That raises the question: Are Cobb's days of substantial residential growth gone forever? Is it all the recession's fault? Is there land left to build on once the economy and housing market recover? We ask a few experts what they predict Cobb will look like in five or 10 years, and what factors they see coming down the pike that may impact Cobb's future.
"I don't think that the market is going to come back with the thrust it once had. It just isn't," said Chris Burke, vice president of Government Affairs with the Greater Atlanta Home Builders Association. "I can't say that it will never be robust, though, and it is improving tremendously. Interest rates are lower than they have ever been and houses are priced to sell. People are starting to buy because there's probably never going to be as good of a time in our lives to buy a house than right now. If there is, something's really wrong."
Still, Cobb will probably never get back to the days of 8,104 new housing permits issued in one year, as they were in 1999, Burke said.
But when the recession ends, Burke said there will be growth and more density. And with that comes infill housing.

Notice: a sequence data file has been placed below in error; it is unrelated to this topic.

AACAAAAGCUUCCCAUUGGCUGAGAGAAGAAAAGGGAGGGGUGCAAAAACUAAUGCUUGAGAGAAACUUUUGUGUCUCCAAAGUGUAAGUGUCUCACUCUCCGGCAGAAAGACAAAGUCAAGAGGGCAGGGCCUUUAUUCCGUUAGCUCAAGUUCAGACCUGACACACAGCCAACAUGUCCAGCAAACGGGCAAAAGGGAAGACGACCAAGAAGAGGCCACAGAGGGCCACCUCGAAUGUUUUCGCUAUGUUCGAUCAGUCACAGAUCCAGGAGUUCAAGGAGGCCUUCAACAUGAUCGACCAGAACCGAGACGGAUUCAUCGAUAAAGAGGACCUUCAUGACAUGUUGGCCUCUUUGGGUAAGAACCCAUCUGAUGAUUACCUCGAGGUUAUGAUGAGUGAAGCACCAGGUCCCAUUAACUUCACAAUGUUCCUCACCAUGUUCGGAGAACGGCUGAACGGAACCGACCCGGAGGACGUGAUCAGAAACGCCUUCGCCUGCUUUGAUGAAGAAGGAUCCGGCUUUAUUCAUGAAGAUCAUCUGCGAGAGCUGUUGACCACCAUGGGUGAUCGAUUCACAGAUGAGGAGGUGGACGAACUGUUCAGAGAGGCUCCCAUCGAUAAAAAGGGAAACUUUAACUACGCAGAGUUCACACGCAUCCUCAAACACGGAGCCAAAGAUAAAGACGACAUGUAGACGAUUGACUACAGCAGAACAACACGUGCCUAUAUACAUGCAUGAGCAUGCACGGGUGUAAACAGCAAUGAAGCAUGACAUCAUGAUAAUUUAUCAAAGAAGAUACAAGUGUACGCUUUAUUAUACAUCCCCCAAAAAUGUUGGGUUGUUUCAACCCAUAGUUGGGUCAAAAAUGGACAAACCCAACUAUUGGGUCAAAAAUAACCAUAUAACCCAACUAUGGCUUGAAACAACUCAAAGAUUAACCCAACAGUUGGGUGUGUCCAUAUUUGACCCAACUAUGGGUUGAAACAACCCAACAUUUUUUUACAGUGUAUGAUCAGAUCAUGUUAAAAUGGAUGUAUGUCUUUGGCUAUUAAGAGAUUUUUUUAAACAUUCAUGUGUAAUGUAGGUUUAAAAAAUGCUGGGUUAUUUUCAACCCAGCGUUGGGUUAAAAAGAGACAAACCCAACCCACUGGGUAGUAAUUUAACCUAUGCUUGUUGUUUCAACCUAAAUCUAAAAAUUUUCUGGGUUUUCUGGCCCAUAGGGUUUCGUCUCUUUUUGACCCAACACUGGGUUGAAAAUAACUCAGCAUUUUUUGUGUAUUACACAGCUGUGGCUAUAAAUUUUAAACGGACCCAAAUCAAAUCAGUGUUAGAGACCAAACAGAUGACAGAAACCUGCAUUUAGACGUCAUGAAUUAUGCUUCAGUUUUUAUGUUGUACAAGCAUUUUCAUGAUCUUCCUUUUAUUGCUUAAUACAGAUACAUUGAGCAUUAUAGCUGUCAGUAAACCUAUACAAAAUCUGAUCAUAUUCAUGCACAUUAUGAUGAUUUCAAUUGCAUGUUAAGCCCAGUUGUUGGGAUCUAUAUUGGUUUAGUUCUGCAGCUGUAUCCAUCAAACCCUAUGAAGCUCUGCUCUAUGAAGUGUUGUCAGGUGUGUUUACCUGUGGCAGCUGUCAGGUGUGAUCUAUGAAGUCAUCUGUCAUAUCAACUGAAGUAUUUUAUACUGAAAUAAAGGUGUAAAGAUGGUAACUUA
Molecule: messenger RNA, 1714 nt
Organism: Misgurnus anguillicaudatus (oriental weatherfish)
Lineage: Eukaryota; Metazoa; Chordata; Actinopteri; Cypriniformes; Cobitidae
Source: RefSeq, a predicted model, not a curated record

Infill housing is the process of adding more homes to an existing subdivision or tearing down subdivisions to build new and denser developments on the same piece of land. This will be especially prevelant in east Cobb, where there is very little land left to develop on, Burke said.
"There is absolutely no doubt in my mind that if we hadn't hit this recession hiccup, infill developments would have already really taken place. Ten years ago or so, it was already happening, but just hit a stop when the recession hit. And in urban planning, structures have a renewable term of 30 years when something's going to happen, whether the structure is demolished and rebuilt or significantly altered," Burke said.
Christi Trombetti, a Cobb Planning and Zoning commissioner and real estate agent in Marietta, said she remembers hearing a few infill development cases years ago when the housing boom was emerging, and agrees with Burke that the trend will grow drastically when the economy recovers.
"I think once the available lots are absorbed, especially in east Cobb, where a lot of land isn't available, we'll turn back to looking at more infill development. And I think the trend is toward more modest-sized homes compared to what was available. I think it's a matter of people now seeing what can happen, being conservative and realizing home values can, in fact, go down, when they never thought they could," Trombetti said.